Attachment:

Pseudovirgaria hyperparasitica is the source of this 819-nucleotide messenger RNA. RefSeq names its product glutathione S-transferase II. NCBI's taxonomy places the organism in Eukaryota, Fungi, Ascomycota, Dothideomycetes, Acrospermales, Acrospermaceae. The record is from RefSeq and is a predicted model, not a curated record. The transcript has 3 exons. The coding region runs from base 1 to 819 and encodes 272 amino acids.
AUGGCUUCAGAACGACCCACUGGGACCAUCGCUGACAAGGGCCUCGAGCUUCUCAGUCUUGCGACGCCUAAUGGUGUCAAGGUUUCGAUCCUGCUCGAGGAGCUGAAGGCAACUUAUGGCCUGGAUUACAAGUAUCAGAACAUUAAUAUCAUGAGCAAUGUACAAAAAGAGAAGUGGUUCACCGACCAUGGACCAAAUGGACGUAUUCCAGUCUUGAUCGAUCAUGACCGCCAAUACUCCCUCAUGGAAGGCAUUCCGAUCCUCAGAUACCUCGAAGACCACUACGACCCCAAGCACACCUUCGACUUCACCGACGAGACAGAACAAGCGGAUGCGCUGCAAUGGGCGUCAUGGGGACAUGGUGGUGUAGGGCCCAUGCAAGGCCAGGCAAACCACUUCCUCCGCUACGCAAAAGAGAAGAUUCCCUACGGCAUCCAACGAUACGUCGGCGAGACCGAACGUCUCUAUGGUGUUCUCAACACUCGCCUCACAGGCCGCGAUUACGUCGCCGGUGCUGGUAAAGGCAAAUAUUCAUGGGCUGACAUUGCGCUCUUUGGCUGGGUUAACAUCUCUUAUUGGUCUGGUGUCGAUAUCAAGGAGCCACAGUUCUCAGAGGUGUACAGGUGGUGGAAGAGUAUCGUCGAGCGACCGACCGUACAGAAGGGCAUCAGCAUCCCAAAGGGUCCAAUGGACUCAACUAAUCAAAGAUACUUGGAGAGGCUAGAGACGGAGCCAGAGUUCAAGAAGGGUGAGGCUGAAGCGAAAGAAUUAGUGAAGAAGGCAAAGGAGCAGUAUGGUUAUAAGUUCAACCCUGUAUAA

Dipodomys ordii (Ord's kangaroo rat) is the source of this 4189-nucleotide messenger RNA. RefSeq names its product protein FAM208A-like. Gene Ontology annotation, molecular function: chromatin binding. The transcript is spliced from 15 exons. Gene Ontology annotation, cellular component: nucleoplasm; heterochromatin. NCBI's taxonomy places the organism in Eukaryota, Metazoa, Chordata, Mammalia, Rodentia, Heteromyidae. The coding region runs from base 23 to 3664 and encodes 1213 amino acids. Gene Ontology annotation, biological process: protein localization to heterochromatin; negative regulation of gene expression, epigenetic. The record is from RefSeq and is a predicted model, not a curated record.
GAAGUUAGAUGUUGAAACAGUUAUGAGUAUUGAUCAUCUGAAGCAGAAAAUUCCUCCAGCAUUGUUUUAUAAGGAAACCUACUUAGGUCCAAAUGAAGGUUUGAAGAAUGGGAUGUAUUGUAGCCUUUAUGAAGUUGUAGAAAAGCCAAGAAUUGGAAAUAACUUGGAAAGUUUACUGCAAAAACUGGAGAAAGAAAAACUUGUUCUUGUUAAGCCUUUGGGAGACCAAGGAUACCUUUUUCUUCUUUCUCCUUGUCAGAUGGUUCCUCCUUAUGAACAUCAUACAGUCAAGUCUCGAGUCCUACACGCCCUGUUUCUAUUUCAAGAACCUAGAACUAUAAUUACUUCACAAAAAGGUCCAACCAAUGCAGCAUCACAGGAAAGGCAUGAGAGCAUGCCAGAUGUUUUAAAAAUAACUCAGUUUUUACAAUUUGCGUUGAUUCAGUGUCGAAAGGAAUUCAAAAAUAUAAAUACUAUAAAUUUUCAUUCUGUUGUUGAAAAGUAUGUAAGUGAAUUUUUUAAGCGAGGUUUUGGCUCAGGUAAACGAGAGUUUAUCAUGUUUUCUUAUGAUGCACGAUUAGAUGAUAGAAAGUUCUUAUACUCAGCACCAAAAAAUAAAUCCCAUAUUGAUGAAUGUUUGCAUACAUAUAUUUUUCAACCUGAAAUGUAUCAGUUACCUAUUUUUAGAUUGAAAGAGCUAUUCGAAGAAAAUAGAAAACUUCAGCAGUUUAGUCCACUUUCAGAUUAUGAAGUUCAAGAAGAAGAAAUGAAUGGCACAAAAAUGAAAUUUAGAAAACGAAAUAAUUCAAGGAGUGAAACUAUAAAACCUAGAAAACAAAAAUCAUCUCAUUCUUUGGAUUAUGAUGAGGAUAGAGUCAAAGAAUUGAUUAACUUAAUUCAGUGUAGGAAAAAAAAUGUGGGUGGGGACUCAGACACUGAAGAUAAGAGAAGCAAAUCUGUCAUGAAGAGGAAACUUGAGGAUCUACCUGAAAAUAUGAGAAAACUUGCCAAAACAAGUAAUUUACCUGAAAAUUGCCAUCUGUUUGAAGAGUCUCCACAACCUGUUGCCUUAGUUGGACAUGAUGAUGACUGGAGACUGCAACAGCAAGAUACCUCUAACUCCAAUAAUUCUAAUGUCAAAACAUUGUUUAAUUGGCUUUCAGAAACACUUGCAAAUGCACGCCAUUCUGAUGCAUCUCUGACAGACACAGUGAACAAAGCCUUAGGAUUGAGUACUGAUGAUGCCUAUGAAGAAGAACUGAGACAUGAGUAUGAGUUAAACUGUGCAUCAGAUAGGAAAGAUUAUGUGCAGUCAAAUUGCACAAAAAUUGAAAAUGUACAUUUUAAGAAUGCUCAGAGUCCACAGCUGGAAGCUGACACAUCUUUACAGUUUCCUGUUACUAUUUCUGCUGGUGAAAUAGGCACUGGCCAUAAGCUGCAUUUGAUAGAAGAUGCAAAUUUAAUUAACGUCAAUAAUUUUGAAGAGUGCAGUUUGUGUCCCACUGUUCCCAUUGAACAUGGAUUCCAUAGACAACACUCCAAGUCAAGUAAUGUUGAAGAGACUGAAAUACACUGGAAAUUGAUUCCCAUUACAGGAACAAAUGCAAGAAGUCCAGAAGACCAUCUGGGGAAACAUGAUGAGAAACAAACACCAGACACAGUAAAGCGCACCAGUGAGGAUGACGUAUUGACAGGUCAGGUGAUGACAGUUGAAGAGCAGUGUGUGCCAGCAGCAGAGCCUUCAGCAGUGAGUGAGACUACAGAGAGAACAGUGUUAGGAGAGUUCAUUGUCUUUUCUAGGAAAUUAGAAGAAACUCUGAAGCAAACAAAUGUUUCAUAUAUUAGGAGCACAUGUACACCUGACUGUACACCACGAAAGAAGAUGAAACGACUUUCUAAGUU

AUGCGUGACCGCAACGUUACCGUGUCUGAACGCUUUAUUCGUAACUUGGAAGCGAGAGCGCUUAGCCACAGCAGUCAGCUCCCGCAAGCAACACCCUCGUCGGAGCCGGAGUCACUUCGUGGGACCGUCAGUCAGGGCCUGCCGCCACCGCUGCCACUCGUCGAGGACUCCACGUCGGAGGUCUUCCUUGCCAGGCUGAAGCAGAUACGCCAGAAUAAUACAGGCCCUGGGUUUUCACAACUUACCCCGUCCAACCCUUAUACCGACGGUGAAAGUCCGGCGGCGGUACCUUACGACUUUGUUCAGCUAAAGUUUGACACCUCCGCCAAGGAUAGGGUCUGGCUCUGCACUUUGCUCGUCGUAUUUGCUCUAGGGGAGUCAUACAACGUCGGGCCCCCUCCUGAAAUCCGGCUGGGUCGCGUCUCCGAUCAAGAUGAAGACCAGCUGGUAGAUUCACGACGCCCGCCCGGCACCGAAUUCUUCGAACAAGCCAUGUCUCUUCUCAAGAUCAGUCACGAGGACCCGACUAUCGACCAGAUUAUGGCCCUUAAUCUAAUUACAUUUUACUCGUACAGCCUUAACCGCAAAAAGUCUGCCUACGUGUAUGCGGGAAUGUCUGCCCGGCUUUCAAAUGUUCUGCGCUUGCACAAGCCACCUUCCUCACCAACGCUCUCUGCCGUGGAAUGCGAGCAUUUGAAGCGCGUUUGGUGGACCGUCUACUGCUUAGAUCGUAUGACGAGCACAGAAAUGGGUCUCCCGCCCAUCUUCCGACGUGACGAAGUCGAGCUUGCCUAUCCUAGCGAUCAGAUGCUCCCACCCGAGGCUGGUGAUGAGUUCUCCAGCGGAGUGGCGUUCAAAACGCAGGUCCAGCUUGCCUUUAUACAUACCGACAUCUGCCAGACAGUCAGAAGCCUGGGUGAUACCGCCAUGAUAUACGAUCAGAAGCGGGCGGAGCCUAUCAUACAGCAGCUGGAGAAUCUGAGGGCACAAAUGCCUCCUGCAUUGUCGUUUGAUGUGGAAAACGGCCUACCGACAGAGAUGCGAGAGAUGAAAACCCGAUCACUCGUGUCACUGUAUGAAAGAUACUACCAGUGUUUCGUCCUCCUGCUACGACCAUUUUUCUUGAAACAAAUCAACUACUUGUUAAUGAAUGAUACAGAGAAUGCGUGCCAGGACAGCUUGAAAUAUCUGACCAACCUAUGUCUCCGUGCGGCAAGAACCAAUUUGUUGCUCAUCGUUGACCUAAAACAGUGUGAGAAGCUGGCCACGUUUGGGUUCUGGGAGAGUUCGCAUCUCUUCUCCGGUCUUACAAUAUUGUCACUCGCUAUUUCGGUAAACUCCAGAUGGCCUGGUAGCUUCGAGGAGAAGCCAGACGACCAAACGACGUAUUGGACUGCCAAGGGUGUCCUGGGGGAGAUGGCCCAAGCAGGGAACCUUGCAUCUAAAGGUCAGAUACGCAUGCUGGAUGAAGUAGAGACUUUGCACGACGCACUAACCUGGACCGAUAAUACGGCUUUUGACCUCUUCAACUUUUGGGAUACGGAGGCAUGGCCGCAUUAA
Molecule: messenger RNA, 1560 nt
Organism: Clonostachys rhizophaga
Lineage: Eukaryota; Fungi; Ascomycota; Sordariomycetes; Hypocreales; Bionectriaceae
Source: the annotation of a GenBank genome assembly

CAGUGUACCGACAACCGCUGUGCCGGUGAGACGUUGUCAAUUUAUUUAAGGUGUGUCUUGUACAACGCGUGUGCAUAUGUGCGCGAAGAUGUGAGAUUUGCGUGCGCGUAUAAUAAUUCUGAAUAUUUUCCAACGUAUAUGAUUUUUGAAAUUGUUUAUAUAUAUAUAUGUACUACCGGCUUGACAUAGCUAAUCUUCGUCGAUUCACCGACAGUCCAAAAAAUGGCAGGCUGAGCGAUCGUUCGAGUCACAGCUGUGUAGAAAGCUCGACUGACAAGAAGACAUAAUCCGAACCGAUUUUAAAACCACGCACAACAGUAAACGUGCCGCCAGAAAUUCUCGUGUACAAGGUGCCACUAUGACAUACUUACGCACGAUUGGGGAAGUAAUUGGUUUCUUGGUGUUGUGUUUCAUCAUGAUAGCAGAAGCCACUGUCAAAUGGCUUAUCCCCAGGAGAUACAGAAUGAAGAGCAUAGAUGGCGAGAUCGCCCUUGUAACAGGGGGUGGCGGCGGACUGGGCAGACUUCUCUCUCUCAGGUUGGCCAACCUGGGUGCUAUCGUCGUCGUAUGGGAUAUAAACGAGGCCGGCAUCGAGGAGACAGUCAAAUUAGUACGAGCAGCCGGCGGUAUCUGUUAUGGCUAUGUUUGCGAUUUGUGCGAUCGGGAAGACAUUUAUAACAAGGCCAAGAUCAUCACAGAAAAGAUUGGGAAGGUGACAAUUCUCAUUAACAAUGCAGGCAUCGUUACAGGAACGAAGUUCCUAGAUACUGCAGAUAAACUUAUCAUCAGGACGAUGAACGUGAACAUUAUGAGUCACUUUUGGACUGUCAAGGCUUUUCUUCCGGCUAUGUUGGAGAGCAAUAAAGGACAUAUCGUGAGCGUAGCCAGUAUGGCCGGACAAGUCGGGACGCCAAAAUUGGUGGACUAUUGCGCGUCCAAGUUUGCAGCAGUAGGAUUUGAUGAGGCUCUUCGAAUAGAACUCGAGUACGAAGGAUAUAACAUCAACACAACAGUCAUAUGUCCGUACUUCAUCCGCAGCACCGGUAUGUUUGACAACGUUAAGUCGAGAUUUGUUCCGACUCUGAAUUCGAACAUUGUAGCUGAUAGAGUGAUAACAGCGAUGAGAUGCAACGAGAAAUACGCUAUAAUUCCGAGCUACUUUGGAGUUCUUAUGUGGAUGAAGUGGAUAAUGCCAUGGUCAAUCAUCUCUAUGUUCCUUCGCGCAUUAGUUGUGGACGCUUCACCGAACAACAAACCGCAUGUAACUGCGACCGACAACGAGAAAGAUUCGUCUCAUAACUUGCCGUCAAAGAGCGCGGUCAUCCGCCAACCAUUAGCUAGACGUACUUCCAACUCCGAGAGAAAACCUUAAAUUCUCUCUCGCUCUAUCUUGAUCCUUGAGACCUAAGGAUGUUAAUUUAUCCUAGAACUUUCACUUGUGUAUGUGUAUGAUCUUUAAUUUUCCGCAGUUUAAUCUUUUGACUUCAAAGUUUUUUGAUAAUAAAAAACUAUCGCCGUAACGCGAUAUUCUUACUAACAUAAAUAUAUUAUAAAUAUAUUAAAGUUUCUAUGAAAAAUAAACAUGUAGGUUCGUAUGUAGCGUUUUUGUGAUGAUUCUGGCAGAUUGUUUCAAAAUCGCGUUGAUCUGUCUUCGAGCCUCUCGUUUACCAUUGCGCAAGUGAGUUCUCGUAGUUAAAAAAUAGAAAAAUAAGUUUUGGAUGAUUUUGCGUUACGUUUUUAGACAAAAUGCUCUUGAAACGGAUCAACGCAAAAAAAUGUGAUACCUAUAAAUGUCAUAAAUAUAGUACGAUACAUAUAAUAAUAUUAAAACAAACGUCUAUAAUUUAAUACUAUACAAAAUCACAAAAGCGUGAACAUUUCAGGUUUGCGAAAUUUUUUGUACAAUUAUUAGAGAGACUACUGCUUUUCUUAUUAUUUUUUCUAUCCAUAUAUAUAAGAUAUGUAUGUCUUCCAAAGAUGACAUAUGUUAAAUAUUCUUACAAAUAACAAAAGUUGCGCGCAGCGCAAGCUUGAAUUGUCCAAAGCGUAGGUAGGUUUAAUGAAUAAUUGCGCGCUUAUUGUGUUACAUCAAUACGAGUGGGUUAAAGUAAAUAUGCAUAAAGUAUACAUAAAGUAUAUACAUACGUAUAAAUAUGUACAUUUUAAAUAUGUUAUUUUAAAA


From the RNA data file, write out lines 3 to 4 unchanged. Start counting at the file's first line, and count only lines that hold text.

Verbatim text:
Dipodomys ordii (Ord's kangaroo rat) is the source of this 4189-nucleotide messenger RNA. RefSeq names its product protein FAM208A-like. Gene Ontology annotation, molecular function: chromatin binding. The transcript is spliced from 15 exons. Gene Ontology annotation, cellular component: nucleoplasm; heterochromatin. NCBI's taxonomy places the organism in Eukaryota, Metazoa, Chordata, Mammalia, Rodentia, Heteromyidae. The coding region runs from base 23 to 3664 and encodes 1213 amino acids. Gene Ontology annotation, biological process: protein localization to heterochromatin; negative regulation of gene expression, epigenetic. The record is from RefSeq and is a predicted model, not a curated record.
GAAGUUAGAUGUUGAAACAGUUAUGAGUAUUGAUCAUCUGAAGCAGAAAAUUCCUCCAGCAUUGUUUUAUAAGGAAACCUACUUAGGUCCAAAUGAAGGUUUGAAGAAUGGGAUGUAUUGUAGCCUUUAUGAAGUUGUAGAAAAGCCAAGAAUUGGAAAUAACUUGGAAAGUUUACUGCAAAAACUGGAGAAAGAAAAACUUGUUCUUGUUAAGCCUUUGGGAGACCAAGGAUACCUUUUUCUUCUUUCUCCUUGUCAGAUGGUUCCUCCUUAUGAACAUCAUACAGUCAAGUCUCGAGUCCUACACGCCCUGUUUCUAUUUCAAGAACCUAGAACUAUAAUUACUUCACAAAAAGGUCCAACCAAUGCAGCAUCACAGGAAAGGCAUGAGAGCAUGCCAGAUGUUUUAAAAAUAACUCAGUUUUUACAAUUUGCGUUGAUUCAGUGUCGAAAGGAAUUCAAAAAUAUAAAUACUAUAAAUUUUCAUUCUGUUGUUGAAAAGUAUGUAAGUGAAUUUUUUAAGCGAGGUUUUGGCUCAGGUAAACGAGAGUUUAUCAUGUUUUCUUAUGAUGCACGAUUAGAUGAUAGAAAGUUCUUAUACUCAGCACCAAAAAAUAAAUCCCAUAUUGAUGAAUGUUUGCAUACAUAUAUUUUUCAACCUGAAAUGUAUCAGUUACCUAUUUUUAGAUUGAAAGAGCUAUUCGAAGAAAAUAGAAAACUUCAGCAGUUUAGUCCACUUUCAGAUUAUGAAGUUCAAGAAGAAGAAAUGAAUGGCACAAAAAUGAAAUUUAGAAAACGAAAUAAUUCAAGGAGUGAAACUAUAAAACCUAGAAAACAAAAAUCAUCUCAUUCUUUGGAUUAUGAUGAGGAUAGAGUCAAAGAAUUGAUUAACUUAAUUCAGUGUAGGAAAAAAAAUGUGGGUGGGGACUCAGACACUGAAGAUAAGAGAAGCAAAUCUGUCAUGAAGAGGAAACUUGAGGAUCUACCUGAAAAUAUGAGAAAACUUGCCAAAACAAGUAAUUUACCUGAAAAUUGCCAUCUGUUUGAAGAGUCUCCACAACCUGUUGCCUUAGUUGGACAUGAUGAUGACUGGAGACUGCAACAGCAAGAUACCUCUAACUCCAAUAAUUCUAAUGUCAAAACAUUGUUUAAUUGGCUUUCAGAAACACUUGCAAAUGCACGCCAUUCUGAUGCAUCUCUGACAGACACAGUGAACAAAGCCUUAGGAUUGAGUACUGAUGAUGCCUAUGAAGAAGAACUGAGACAUGAGUAUGAGUUAAACUGUGCAUCAGAUAGGAAAGAUUAUGUGCAGUCAAAUUGCACAAAAAUUGAAAAUGUACAUUUUAAGAAUGCUCAGAGUCCACAGCUGGAAGCUGACACAUCUUUACAGUUUCCUGUUACUAUUUCUGCUGGUGAAAUAGGCACUGGCCAUAAGCUGCAUUUGAUAGAAGAUGCAAAUUUAAUUAACGUCAAUAAUUUUGAAGAGUGCAGUUUGUGUCCCACUGUUCCCAUUGAACAUGGAUUCCAUAGACAACACUCCAAGUCAAGUAAUGUUGAAGAGACUGAAAUACACUGGAAAUUGAUUCCCAUUACAGGAACAAAUGCAAGAAGUCCAGAAGACCAUCUGGGGAAACAUGAUGAGAAACAAACACCAGACACAGUAAAGCGCACCAGUGAGGAUGACGUAUUGACAGGUCAGGUGAUGACAGUUGAAGAGCAGUGUGUGCCAGCAGCAGAGCCUUCAGCAGUGAGUGAGACUACAGAGAGAACAGUGUUAGGAGAGUUCAUUGUCUUUUCUAGGAAAUUAGAAGAAACUCUGAAGCAAACAAAUGUUUCAUAUAUUAGGAGCACAUGUACACCUGACUGUACACCACGAAAGAAGAUGAAACGACUUUCUAAGUU